Then Noah goes all weird on us and decides to stay behind and live by the river. And Tom doesn't really try that hard to stop him.  Then Mr and Mrs Wilson stay behind when they reckon they can't continue on. And then, and THEN, Granma dies. Poor ol' Granpa and Granma. Never got to see what California had in store for them. But Tom reassures the family that "They was too old", and "They wouldn't of saw nothin' that's here."

But let's talk about Granma's death for a second. Granma dies sometime before the Joad's get to the Agricultural inspection which is shortly before they're at the California border. But Ma doesn't tell anyone that Granma is actually dead until after the Joad's get to California. Which means, she laid up on the mattress on top of the truck next to Granma's dead body for hours.

"The family looked at Ma with a little terror at her strength." 

Ma, she's a tough one all right - but we already knew that. Unfortunately, the nurse in me can't just read about something like this without thinking "but what about the mess and stench that would have been emitted from the last of the bodily fluids that would flush out of Granma's dead body?" And then I feel even worse for poor Ma.

And then we learn that Connie (I keep forgetting that Connie's a dude!) and Rose of Sharon "do it" in the back of the truck while poor Ma is laying up there with dead Granma. OH THE WRONGNESS. 


Ok, so this part of the book is full of death. The Joad's are down 3 people and a dog. And a rattlesnake was run over and I think a rabbit.

The in between chapters are growing on me. Dare I say I'm appreciating their existence? Even if I still have WTF moments while reading them. In the second paragraph of Chapter 15, there's a list of all the different signs hanging in the diner. The last one is IITYWYBAD. I think I stopped reading and spent like 20 minutes trying to come up with something that made sense: I intend to yell while you be all dining? If I take you way yonder, be a dear? I was too lazy to get out of bed to google it, but a quick google search now, informs me said acronym stands for 'If I tell you, will you buy another drink?'  Well, huh. Did anyone else know what this meant without googling it?

Moving on.

I feel like there's so much uncertainty and impending doom building up. The Joad's are naive and so hopeful that as soon as they get to California they will find jobs and have money all will be right. But there cannot be good things waiting for the Joad's in the second half of the book. The families they meet coming back from California already aren't a good sign. And the fact that thousands upon thousands of families are also hoping to fulfill their dreams in California can only mean that there will definitely not be plenty of jobs for everyone. But ignorance is bliss and maybe it's better that they just don't know any better.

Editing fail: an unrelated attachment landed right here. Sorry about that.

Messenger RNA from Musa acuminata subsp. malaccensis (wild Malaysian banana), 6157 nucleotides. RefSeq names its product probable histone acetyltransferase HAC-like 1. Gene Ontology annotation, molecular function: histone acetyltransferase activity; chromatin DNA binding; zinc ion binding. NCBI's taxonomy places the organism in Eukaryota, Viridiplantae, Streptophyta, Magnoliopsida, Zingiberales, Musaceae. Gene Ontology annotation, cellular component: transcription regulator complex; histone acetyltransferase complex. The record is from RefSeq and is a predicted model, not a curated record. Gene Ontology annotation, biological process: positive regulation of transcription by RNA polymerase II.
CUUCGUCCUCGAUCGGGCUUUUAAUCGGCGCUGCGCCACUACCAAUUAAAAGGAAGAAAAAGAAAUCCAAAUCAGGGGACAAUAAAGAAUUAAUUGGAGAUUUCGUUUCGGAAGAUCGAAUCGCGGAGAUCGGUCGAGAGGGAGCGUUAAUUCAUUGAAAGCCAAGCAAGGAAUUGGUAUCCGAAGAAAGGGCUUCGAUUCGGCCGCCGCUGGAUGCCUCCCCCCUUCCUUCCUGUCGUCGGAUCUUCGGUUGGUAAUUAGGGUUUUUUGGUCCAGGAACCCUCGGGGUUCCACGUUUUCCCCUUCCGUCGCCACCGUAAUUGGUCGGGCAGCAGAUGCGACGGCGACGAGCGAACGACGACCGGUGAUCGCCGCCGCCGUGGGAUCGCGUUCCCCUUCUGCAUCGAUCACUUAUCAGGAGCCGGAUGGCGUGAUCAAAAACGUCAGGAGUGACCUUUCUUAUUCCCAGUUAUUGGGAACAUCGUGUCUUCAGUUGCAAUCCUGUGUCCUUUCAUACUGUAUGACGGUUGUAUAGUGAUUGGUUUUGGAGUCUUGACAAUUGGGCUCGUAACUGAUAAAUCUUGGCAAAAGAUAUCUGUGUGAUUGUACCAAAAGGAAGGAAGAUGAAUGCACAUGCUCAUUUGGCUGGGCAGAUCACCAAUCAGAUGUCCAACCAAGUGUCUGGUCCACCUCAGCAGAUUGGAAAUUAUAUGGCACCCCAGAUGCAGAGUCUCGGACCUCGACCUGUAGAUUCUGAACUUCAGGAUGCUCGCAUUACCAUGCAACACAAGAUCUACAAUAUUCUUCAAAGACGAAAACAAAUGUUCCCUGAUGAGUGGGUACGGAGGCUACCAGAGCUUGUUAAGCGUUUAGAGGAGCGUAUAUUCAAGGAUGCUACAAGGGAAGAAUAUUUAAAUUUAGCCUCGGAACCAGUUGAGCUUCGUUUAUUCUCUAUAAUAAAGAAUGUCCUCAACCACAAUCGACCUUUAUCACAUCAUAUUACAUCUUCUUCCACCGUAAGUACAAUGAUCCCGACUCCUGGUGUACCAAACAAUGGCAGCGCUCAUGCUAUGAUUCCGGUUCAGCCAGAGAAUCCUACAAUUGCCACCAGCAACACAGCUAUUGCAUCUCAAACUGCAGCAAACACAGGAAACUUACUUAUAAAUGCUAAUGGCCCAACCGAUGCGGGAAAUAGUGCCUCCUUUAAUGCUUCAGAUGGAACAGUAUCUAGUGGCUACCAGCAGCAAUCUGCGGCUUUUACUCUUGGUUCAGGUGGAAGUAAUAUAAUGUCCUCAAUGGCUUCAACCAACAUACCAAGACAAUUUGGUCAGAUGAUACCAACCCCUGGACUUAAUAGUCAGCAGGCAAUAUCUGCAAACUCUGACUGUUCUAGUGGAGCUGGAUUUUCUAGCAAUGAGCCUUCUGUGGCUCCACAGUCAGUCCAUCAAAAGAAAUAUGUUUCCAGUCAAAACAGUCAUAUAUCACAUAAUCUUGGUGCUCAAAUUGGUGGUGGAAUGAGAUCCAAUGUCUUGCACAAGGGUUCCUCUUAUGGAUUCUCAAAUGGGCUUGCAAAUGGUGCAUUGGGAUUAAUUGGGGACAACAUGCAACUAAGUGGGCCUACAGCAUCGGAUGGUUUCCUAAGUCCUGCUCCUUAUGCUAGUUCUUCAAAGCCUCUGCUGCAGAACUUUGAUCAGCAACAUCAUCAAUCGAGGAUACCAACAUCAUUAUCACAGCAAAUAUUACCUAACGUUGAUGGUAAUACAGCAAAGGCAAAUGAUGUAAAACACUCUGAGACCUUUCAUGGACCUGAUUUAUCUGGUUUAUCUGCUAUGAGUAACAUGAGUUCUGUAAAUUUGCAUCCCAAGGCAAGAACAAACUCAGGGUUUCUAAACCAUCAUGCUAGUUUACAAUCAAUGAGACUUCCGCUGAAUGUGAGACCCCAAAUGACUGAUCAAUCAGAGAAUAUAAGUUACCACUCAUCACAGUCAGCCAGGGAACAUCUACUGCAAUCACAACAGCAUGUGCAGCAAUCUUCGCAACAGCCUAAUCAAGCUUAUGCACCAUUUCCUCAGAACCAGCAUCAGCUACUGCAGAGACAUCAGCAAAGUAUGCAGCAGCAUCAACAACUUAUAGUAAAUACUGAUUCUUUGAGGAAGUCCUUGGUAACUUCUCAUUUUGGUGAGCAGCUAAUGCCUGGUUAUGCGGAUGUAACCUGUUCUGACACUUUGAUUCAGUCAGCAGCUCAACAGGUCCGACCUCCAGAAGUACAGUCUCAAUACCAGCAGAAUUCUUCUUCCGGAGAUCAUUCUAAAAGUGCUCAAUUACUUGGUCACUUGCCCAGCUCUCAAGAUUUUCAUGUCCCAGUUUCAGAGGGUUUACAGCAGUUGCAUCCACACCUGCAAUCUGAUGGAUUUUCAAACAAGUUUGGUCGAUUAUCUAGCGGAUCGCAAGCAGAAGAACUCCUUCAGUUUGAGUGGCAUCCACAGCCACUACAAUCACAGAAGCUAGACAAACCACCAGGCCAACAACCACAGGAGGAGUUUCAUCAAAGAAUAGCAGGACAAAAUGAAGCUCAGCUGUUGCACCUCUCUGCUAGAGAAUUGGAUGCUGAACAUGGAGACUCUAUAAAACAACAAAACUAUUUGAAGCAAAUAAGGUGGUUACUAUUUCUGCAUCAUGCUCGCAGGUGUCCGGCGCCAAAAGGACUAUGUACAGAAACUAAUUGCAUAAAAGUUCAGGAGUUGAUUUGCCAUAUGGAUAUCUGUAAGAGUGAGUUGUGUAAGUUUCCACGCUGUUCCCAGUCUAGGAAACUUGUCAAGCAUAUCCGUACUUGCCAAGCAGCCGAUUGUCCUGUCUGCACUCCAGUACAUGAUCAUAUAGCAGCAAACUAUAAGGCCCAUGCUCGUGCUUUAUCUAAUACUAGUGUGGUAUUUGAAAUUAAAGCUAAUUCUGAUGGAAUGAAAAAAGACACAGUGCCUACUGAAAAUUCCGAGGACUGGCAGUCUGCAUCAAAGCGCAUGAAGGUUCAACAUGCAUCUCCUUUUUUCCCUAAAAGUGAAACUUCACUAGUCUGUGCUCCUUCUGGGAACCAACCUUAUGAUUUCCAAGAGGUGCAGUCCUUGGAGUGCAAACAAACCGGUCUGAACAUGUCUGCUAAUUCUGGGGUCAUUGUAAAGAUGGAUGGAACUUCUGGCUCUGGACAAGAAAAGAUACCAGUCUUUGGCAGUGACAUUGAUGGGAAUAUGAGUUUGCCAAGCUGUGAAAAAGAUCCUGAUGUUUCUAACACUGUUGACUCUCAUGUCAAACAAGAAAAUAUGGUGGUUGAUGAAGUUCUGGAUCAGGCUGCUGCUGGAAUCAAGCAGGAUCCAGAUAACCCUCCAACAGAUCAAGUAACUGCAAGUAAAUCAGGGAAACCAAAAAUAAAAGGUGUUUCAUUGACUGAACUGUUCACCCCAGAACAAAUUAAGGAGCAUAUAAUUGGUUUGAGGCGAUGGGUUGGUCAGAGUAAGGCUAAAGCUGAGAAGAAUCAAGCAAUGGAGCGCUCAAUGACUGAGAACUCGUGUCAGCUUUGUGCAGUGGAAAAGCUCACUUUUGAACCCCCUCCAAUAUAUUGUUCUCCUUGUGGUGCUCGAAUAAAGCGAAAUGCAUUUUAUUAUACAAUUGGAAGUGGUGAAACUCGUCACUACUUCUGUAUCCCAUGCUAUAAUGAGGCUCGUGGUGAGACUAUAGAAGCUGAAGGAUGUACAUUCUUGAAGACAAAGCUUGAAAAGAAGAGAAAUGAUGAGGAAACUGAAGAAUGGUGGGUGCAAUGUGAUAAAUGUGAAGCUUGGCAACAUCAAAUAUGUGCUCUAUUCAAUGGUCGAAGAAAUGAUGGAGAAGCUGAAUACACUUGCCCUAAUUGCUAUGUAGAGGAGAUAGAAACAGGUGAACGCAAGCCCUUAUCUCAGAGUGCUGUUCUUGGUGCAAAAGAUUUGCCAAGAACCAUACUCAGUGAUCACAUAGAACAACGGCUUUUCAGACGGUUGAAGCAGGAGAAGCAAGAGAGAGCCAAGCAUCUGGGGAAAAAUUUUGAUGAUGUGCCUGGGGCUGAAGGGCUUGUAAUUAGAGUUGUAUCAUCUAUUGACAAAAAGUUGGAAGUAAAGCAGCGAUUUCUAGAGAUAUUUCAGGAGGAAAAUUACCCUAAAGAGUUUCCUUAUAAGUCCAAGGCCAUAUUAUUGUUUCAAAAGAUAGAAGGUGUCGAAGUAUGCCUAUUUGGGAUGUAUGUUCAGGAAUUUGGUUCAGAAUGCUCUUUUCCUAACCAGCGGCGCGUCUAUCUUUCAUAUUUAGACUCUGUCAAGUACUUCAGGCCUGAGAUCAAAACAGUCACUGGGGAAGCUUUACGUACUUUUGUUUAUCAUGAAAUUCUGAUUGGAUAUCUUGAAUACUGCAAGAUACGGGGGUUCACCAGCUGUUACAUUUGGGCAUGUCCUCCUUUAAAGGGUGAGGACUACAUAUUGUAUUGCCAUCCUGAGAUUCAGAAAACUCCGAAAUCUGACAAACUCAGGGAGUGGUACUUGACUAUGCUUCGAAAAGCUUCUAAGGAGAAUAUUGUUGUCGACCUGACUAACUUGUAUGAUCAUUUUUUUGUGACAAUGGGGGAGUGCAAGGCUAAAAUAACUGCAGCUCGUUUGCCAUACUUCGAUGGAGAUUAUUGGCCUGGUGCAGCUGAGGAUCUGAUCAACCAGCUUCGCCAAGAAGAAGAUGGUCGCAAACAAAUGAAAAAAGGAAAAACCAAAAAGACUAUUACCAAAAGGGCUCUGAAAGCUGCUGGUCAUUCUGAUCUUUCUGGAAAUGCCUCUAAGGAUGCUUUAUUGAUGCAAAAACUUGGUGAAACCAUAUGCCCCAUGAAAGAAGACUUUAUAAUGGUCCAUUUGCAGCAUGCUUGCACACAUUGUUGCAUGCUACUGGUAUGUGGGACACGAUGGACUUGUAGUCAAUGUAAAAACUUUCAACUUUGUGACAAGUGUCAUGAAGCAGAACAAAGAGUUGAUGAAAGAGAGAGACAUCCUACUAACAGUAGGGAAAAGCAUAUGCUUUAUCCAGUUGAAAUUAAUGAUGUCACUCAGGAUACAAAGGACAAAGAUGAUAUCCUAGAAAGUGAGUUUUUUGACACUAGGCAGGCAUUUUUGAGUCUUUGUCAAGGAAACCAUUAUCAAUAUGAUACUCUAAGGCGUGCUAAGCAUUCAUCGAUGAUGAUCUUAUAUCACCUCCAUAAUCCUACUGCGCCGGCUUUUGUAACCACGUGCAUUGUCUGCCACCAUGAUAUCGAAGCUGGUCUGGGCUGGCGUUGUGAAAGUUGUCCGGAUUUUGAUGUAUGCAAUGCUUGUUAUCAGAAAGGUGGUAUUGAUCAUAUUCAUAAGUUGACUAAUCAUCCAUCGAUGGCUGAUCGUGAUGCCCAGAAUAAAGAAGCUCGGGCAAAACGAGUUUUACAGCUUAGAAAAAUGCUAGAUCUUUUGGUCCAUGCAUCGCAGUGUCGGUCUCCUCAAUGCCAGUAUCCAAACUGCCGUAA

"It don't take no nerve to do somepin when there ain't nothin' else you can do."

October 09, 2012

The Grapes of Wrath Part I: "Every moving thing lifts the dust into the air."

The Grapes of Wrath readalong has begun. Chapters 1 through 11 have been read. And my thoughts are all over the place. I don't think I'm feeling smart enough today ever to write eloquent paragraphs so I present to you my rambling thoughts and reactions thus far. Remember, I'm going into this blind so I have no idea where the story is going to go...

-Dust. So, so much dust. The first chapter set the stage so well for a land so dry and dusty. We take so much for granted nowadays. I couldn't imagine not having water - we use water for everything.

-Amidst the dust, we meet Tom Joad. Are we supposed to like this man named Joad? He seems weasel-like and come on, he committed homicide!  I don't like him.

-The turtle. I love you turtle. I'm not sure I get your symbolism, but I hope we see you again.

-Then we meet The Preacher. Except he's not really a "preacher" by trade anymore. Which in some ways makes him more insightful and less judgy now that he's sort of an atheist. And he seems trustworthy.

-When Joad is describing prison to The Preacher (Jim Casy), you realize nothing has changed in like 70 years! It's still a better place for most men who have been on the inside to be. Warm bed, 3 square meals a day, clean clothes and a shower. It's more than most families during this time had. 

-I'm confused: Tom got 7 years in prison for what was technically self-defense? Or is there more to this story then we will ever know....hmm.

-I love Steinbeck's language. The words he uses - they're just so great. "And the women went on with the work, but all the time they watched the men squatting in the dust - perplexed and figuring."  Perplexed and figuring. I love these words. 

-"How can we live without our lives? How will we know it's us without our past? No. Leave it. Burn it." Oh Steinbeck, you're so deep. 

-I don't like the rambling chapters - the one about the car salesmen most specially. All I wrote after that one: WTF.